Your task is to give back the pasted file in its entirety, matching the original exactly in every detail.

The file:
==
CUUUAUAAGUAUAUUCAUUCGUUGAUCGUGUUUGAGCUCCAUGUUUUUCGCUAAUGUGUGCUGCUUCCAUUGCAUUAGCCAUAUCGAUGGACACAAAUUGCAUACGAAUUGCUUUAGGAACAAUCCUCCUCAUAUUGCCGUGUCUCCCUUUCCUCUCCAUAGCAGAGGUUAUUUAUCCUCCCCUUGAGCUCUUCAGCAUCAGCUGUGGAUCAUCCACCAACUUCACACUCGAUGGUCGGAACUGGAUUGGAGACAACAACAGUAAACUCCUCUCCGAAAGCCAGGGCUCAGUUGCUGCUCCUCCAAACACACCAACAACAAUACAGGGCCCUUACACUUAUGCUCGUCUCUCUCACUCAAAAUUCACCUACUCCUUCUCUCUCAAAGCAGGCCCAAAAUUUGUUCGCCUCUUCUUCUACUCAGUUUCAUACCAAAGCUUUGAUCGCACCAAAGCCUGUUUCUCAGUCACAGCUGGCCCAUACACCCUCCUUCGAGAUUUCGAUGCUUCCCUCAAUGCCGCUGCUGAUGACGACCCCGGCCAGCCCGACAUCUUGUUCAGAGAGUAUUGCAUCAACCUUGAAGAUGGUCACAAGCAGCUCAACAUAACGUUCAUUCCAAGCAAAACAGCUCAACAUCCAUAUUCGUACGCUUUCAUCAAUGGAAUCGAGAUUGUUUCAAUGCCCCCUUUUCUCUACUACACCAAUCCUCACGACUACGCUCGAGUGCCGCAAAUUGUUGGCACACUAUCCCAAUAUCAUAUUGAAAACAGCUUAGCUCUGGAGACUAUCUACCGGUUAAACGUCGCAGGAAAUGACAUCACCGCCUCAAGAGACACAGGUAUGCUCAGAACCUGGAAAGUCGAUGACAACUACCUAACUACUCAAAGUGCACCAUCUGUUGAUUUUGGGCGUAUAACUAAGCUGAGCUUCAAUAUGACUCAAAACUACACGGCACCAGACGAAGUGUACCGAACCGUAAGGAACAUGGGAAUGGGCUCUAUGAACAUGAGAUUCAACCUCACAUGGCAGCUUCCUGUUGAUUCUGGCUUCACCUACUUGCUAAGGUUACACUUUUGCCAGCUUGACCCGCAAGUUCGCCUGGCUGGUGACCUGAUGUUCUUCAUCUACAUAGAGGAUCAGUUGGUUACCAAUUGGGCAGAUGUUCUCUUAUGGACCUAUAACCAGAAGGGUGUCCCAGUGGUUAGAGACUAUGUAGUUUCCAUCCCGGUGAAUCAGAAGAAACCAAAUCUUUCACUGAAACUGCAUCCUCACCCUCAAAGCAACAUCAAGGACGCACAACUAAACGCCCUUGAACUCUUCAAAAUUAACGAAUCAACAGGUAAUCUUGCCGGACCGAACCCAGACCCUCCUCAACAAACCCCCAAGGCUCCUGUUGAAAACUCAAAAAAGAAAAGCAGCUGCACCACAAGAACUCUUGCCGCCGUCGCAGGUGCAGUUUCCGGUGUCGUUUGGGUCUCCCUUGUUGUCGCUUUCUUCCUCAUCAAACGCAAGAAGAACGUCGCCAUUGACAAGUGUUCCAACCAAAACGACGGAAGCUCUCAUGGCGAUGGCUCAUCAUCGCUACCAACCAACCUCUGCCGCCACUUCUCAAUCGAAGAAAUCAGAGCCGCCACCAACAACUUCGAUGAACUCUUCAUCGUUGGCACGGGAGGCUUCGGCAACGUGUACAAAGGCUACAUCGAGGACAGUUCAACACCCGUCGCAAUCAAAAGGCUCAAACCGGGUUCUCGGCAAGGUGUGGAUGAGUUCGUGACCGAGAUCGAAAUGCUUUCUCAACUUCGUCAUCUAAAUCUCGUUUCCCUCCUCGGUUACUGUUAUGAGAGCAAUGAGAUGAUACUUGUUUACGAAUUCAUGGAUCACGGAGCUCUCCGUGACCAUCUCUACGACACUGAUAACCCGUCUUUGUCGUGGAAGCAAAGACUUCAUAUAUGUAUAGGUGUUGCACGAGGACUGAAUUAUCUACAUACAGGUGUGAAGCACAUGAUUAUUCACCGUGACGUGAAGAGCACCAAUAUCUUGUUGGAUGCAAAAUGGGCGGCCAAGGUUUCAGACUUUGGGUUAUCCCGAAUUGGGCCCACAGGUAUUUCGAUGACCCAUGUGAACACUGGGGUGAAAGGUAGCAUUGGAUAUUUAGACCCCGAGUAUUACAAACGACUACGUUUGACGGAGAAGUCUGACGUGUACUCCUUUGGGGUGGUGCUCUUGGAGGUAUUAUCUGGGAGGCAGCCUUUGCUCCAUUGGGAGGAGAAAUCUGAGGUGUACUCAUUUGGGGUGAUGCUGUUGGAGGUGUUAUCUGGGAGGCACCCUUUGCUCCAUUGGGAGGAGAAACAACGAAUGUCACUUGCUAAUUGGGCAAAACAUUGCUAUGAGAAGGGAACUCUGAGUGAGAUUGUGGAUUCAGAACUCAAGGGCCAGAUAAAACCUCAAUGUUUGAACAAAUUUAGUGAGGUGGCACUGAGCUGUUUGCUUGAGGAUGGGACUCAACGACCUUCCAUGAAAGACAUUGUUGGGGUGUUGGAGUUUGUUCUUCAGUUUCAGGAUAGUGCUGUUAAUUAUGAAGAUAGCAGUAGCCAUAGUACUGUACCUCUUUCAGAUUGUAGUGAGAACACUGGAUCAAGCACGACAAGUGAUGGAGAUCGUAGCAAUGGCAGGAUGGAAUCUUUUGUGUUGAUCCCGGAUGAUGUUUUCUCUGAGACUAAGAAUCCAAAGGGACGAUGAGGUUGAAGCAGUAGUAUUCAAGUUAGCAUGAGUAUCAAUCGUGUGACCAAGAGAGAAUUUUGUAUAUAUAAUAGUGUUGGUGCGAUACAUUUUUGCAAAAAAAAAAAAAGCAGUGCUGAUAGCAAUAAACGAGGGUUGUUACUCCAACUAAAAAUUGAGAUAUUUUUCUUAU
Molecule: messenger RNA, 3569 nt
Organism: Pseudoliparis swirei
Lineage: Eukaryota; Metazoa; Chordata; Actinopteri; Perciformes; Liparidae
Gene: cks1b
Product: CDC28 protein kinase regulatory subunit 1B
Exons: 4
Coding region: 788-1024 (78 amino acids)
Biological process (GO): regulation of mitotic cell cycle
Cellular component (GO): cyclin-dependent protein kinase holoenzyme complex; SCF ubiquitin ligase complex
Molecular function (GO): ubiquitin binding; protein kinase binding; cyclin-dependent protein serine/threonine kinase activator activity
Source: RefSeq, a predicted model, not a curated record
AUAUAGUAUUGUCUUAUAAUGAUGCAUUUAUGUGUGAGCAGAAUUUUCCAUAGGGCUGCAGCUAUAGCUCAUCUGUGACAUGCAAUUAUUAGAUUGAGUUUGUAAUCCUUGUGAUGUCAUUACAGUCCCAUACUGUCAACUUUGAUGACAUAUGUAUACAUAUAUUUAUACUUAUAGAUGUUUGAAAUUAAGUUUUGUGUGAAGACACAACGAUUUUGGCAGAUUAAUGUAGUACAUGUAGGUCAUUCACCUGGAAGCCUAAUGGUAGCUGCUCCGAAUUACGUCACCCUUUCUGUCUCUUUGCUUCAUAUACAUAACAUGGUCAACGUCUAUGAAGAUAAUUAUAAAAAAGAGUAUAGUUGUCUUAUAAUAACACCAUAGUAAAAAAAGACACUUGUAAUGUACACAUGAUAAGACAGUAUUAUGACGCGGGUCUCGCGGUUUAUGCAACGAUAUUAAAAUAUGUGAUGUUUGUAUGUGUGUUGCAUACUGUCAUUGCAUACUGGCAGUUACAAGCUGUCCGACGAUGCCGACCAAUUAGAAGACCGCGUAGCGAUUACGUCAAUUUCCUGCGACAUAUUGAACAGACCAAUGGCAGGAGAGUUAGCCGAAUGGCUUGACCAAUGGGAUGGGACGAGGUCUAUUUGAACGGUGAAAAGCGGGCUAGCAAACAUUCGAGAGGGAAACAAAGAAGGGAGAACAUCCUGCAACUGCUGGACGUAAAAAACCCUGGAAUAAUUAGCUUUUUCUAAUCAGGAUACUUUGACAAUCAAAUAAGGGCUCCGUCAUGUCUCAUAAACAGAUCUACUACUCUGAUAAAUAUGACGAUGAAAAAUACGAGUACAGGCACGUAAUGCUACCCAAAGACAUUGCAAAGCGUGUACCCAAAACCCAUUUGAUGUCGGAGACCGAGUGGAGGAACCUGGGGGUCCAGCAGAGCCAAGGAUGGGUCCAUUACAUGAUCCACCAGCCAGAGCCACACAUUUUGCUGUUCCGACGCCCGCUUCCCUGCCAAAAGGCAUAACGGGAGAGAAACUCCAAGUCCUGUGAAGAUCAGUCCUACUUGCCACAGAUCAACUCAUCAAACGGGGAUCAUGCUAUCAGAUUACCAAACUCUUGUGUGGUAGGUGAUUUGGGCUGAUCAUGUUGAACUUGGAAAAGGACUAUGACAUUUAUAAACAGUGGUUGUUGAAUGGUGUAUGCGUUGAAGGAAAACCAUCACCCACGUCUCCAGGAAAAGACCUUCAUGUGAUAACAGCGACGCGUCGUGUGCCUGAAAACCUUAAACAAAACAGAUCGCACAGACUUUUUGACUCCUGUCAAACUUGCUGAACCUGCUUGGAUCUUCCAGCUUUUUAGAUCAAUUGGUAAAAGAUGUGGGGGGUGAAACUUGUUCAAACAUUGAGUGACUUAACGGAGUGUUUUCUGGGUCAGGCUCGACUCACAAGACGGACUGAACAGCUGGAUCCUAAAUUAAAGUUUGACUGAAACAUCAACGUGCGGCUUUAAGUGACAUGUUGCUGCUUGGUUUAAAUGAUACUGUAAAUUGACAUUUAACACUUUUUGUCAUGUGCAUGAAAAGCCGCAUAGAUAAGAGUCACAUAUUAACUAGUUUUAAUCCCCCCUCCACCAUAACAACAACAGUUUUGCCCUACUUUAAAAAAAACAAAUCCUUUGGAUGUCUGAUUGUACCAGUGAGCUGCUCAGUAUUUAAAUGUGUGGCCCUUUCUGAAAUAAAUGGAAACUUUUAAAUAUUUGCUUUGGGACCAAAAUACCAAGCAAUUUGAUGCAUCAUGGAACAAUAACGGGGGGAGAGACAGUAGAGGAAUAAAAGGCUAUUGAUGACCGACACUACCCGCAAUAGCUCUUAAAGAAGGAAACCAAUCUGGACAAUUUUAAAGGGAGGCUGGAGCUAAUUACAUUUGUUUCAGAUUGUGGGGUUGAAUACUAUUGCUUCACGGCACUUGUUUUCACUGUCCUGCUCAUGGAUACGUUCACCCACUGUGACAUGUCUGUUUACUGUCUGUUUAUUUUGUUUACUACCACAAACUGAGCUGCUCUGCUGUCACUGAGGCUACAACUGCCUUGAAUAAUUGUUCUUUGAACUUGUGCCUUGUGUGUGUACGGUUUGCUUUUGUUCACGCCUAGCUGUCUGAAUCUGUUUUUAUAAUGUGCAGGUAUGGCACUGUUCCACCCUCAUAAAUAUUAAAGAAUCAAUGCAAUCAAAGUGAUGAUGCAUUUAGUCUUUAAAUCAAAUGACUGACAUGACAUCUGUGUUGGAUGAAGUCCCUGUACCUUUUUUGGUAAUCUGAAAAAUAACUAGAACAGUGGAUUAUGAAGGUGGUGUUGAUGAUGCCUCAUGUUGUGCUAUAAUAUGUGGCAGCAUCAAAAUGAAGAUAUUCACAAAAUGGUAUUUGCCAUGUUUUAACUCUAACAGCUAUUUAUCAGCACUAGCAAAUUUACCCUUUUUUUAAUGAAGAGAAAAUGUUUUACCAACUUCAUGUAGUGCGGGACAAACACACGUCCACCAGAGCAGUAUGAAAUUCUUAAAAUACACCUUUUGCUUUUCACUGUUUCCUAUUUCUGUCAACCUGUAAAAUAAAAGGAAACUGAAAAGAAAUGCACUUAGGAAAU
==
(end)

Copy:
CUUUAUAAGUAUAUUCAUUCGUUGAUCGUGUUUGAGCUCCAUGUUUUUCGCUAAUGUGUGCUGCUUCCAUUGCAUUAGCCAUAUCGAUGGACACAAAUUGCAUACGAAUUGCUUUAGGAACAAUCCUCCUCAUAUUGCCGUGUCUCCCUUUCCUCUCCAUAGCAGAGGUUAUUUAUCCUCCCCUUGAGCUCUUCAGCAUCAGCUGUGGAUCAUCCACCAACUUCACACUCGAUGGUCGGAACUGGAUUGGAGACAACAACAGUAAACUCCUCUCCGAAAGCCAGGGCUCAGUUGCUGCUCCUCCAAACACACCAACAACAAUACAGGGCCCUUACACUUAUGCUCGUCUCUCUCACUCAAAAUUCACCUACUCCUUCUCUCUCAAAGCAGGCCCAAAAUUUGUUCGCCUCUUCUUCUACUCAGUUUCAUACCAAAGCUUUGAUCGCACCAAAGCCUGUUUCUCAGUCACAGCUGGCCCAUACACCCUCCUUCGAGAUUUCGAUGCUUCCCUCAAUGCCGCUGCUGAUGACGACCCCGGCCAGCCCGACAUCUUGUUCAGAGAGUAUUGCAUCAACCUUGAAGAUGGUCACAAGCAGCUCAACAUAACGUUCAUUCCAAGCAAAACAGCUCAACAUCCAUAUUCGUACGCUUUCAUCAAUGGAAUCGAGAUUGUUUCAAUGCCCCCUUUUCUCUACUACACCAAUCCUCACGACUACGCUCGAGUGCCGCAAAUUGUUGGCACACUAUCCCAAUAUCAUAUUGAAAACAGCUUAGCUCUGGAGACUAUCUACCGGUUAAACGUCGCAGGAAAUGACAUCACCGCCUCAAGAGACACAGGUAUGCUCAGAACCUGGAAAGUCGAUGACAACUACCUAACUACUCAAAGUGCACCAUCUGUUGAUUUUGGGCGUAUAACUAAGCUGAGCUUCAAUAUGACUCAAAACUACACGGCACCAGACGAAGUGUACCGAACCGUAAGGAACAUGGGAAUGGGCUCUAUGAACAUGAGAUUCAACCUCACAUGGCAGCUUCCUGUUGAUUCUGGCUUCACCUACUUGCUAAGGUUACACUUUUGCCAGCUUGACCCGCAAGUUCGCCUGGCUGGUGACCUGAUGUUCUUCAUCUACAUAGAGGAUCAGUUGGUUACCAAUUGGGCAGAUGUUCUCUUAUGGACCUAUAACCAGAAGGGUGUCCCAGUGGUUAGAGACUAUGUAGUUUCCAUCCCGGUGAAUCAGAAGAAACCAAAUCUUUCACUGAAACUGCAUCCUCACCCUCAAAGCAACAUCAAGGACGCACAACUAAACGCCCUUGAACUCUUCAAAAUUAACGAAUCAACAGGUAAUCUUGCCGGACCGAACCCAGACCCUCCUCAACAAACCCCCAAGGCUCCUGUUGAAAACUCAAAAAAGAAAAGCAGCUGCACCACAAGAACUCUUGCCGCCGUCGCAGGUGCAGUUUCCGGUGUCGUUUGGGUCUCCCUUGUUGUCGCUUUCUUCCUCAUCAAACGCAAGAAGAACGUCGCCAUUGACAAGUGUUCCAACCAAAACGACGGAAGCUCUCAUGGCGAUGGCUCAUCAUCGCUACCAACCAACCUCUGCCGCCACUUCUCAAUCGAAGAAAUCAGAGCCGCCACCAACAACUUCGAUGAACUCUUCAUCGUUGGCACGGGAGGCUUCGGCAACGUGUACAAAGGCUACAUCGAGGACAGUUCAACACCCGUCGCAAUCAAAAGGCUCAAACCGGGUUCUCGGCAAGGUGUGGAUGAGUUCGUGACCGAGAUCGAAAUGCUUUCUCAACUUCGUCAUCUAAAUCUCGUUUCCCUCCUCGGUUACUGUUAUGAGAGCAAUGAGAUGAUACUUGUUUACGAAUUCAUGGAUCACGGAGCUCUCCGUGACCAUCUCUACGACACUGAUAACCCGUCUUUGUCGUGGAAGCAAAGACUUCAUAUAUGUAUAGGUGUUGCACGAGGACUGAAUUAUCUACAUACAGGUGUGAAGCACAUGAUUAUUCACCGUGACGUGAAGAGCACCAAUAUCUUGUUGGAUGCAAAAUGGGCGGCCAAGGUUUCAGACUUUGGGUUAUCCCGAAUUGGGCCCACAGGUAUUUCGAUGACCCAUGUGAACACUGGGGUGAAAGGUAGCAUUGGAUAUUUAGACCCCGAGUAUUACAAACGACUACGUUUGACGGAGAAGUCUGACGUGUACUCCUUUGGGGUGGUGCUCUUGGAGGUAUUAUCUGGGAGGCAGCCUUUGCUCCAUUGGGAGGAGAAAUCUGAGGUGUACUCAUUUGGGGUGAUGCUGUUGGAGGUGUUAUCUGGGAGGCACCCUUUGCUCCAUUGGGAGGAGAAACAACGAAUGUCACUUGCUAAUUGGGCAAAACAUUGCUAUGAGAAGGGAACUCUGAGUGAGAUUGUGGAUUCAGAACUCAAGGGCCAGAUAAAACCUCAAUGUUUGAACAAAUUUAGUGAGGUGGCACUGAGCUGUUUGCUUGAGGAUGGGACUCAACGACCUUCCAUGAAAGACAUUGUUGGGGUGUUGGAGUUUGUUCUUCAGUUUCAGGAUAGUGCUGUUAAUUAUGAAGAUAGCAGUAGCCAUAGUACUGUACCUCUUUCAGAUUGUAGUGAGAACACUGGAUCAAGCACGACAAGUGAUGGAGAUCGUAGCAAUGGCAGGAUGGAAUCUUUUGUGUUGAUCCCGGAUGAUGUUUUCUCUGAGACUAAGAAUCCAAAGGGACGAUGAGGUUGAAGCAGUAGUAUUCAAGUUAGCAUGAGUAUCAAUCGUGUGACCAAGAGAGAAUUUUGUAUAUAUAAUAGUGUUGGUGCGAUACAUUUUUGCAAAAAAAAAAAAAGCAGUGCUGAUAGCAAUAAACGAGGGUUGUUACUCCAACUAAAAAUUGAGAUAUUUUUCUUAU
Molecule: messenger RNA, 3569 nt
Organism: Pseudoliparis swirei
Lineage: Eukaryota; Metazoa; Chordata; Actinopteri; Perciformes; Liparidae
Gene: cks1b
Product: CDC28 protein kinase regulatory subunit 1B
Exons: 4
Coding region: 788-1024 (78 amino acids)
Biological process (GO): regulation of mitotic cell cycle
Cellular component (GO): cyclin-dependent protein kinase holoenzyme complex; SCF ubiquitin ligase complex
Molecular function (GO): ubiquitin binding; protein kinase binding; cyclin-dependent protein serine/threonine kinase activator activity
Source: RefSeq, a predicted model, not a curated record
AUAUAGUAUUGUCUUAUAAUGAUGCAUUUAUGUGUGAGCAGAAUUUUCCAUAGGGCUGCAGCUAUAGCUCAUCUGUGACAUGCAAUUAUUAGAUUGAGUUUGUAAUCCUUGUGAUGUCAUUACAGUCCCAUACUGUCAACUUUGAUGACAUAUGUAUACAUAUAUUUAUACUUAUAGAUGUUUGAAAUUAAGUUUUGUGUGAAGACACAACGAUUUUGGCAGAUUAAUGUAGUACAUGUAGGUCAUUCACCUGGAAGCCUAAUGGUAGCUGCUCCGAAUUACGUCACCCUUUCUGUCUCUUUGCUUCAUAUACAUAACAUGGUCAACGUCUAUGAAGAUAAUUAUAAAAAAGAGUAUAGUUGUCUUAUAAUAACACCAUAGUAAAAAAAGACACUUGUAAUGUACACAUGAUAAGACAGUAUUAUGACGCGGGUCUCGCGGUUUAUGCAACGAUAUUAAAAUAUGUGAUGUUUGUAUGUGUGUUGCAUACUGUCAUUGCAUACUGGCAGUUACAAGCUGUCCGACGAUGCCGACCAAUUAGAAGACCGCGUAGCGAUUACGUCAAUUUCCUGCGACAUAUUGAACAGACCAAUGGCAGGAGAGUUAGCCGAAUGGCUUGACCAAUGGGAUGGGACGAGGUCUAUUUGAACGGUGAAAAGCGGGCUAGCAAACAUUCGAGAGGGAAACAAAGAAGGGAGAACAUCCUGCAACUGCUGGACGUAAAAAACCCUGGAAUAAUUAGCUUUUUCUAAUCAGGAUACUUUGACAAUCAAAUAAGGGCUCCGUCAUGUCUCAUAAACAGAUCUACUACUCUGAUAAAUAUGACGAUGAAAAAUACGAGUACAGGCACGUAAUGCUACCCAAAGACAUUGCAAAGCGUGUACCCAAAACCCAUUUGAUGUCGGAGACCGAGUGGAGGAACCUGGGGGUCCAGCAGAGCCAAGGAUGGGUCCAUUACAUGAUCCACCAGCCAGAGCCACACAUUUUGCUGUUCCGACGCCCGCUUCCCUGCCAAAAGGCAUAACGGGAGAGAAACUCCAAGUCCUGUGAAGAUCAGUCCUACUUGCCACAGAUCAACUCAUCAAACGGGGAUCAUGCUAUCAGAUUACCAAACUCUUGUGUGGUAGGUGAUUUGGGCUGAUCAUGUUGAACUUGGAAAAGGACUAUGACAUUUAUAAACAGUGGUUGUUGAAUGGUGUAUGCGUUGAAGGAAAACCAUCACCCACGUCUCCAGGAAAAGACCUUCAUGUGAUAACAGCGACGCGUCGUGUGCCUGAAAACCUUAAACAAAACAGAUCGCACAGACUUUUUGACUCCUGUCAAACUUGCUGAACCUGCUUGGAUCUUCCAGCUUUUUAGAUCAAUUGGUAAAAGAUGUGGGGGGUGAAACUUGUUCAAACAUUGAGUGACUUAACGGAGUGUUUUCUGGGUCAGGCUCGACUCACAAGACGGACUGAACAGCUGGAUCCUAAAUUAAAGUUUGACUGAAACAUCAACGUGCGGCUUUAAGUGACAUGUUGCUGCUUGGUUUAAAUGAUACUGUAAAUUGACAUUUAACACUUUUUGUCAUGUGCAUGAAAAGCCGCAUAGAUAAGAGUCACAUAUUAACUAGUUUUAAUCCCCCCUCCACCAUAACAACAACAGUUUUGCCCUACUUUAAAAAAAACAAAUCCUUUGGAUGUCUGAUUGUACCAGUGAGCUGCUCAGUAUUUAAAUGUGUGGCCCUUUCUGAAAUAAAUGGAAACUUUUAAAUAUUUGCUUUGGGACCAAAAUACCAAGCAAUUUGAUGCAUCAUGGAACAAUAACGGGGGGAGAGACAGUAGAGGAAUAAAAGGCUAUUGAUGACCGACACUACCCGCAAUAGCUCUUAAAGAAGGAAACCAAUCUGGACAAUUUUAAAGGGAGGCUGGAGCUAAUUACAUUUGUUUCAGAUUGUGGGGUUGAAUACUAUUGCUUCACGGCACUUGUUUUCACUGUCCUGCUCAUGGAUACGUUCACCCACUGUGACAUGUCUGUUUACUGUCUGUUUAUUUUGUUUACUACCACAAACUGAGCUGCUCUGCUGUCACUGAGGCUACAACUGCCUUGAAUAAUUGUUCUUUGAACUUGUGCCUUGUGUGUGUACGGUUUGCUUUUGUUCACGCCUAGCUGUCUGAAUCUGUUUUUAUAAUGUGCAGGUAUGGCACUGUUCCACCCUCAUAAAUAUUAAAGAAUCAAUGCAAUCAAAGUGAUGAUGCAUUUAGUCUUUAAAUCAAAUGACUGACAUGACAUCUGUGUUGGAUGAAGUCCCUGUACCUUUUUUGGUAAUCUGAAAAAUAACUAGAACAGUGGAUUAUGAAGGUGGUGUUGAUGAUGCCUCAUGUUGUGCUAUAAUAUGUGGCAGCAUCAAAAUGAAGAUAUUCACAAAAUGGUAUUUGCCAUGUUUUAACUCUAACAGCUAUUUAUCAGCACUAGCAAAUUUACCCUUUUUUUAAUGAAGAGAAAAUGUUUUACCAACUUCAUGUAGUGCGGGACAAACACACGUCCACCAGAGCAGUAUGAAAUUCUUAAAAUACACCUUUUGCUUUUCACUGUUUCCUAUUUCUGUCAACCUGUAAAAUAAAAGGAAACUGAAAAGAAAUGCACUUAGGAAAU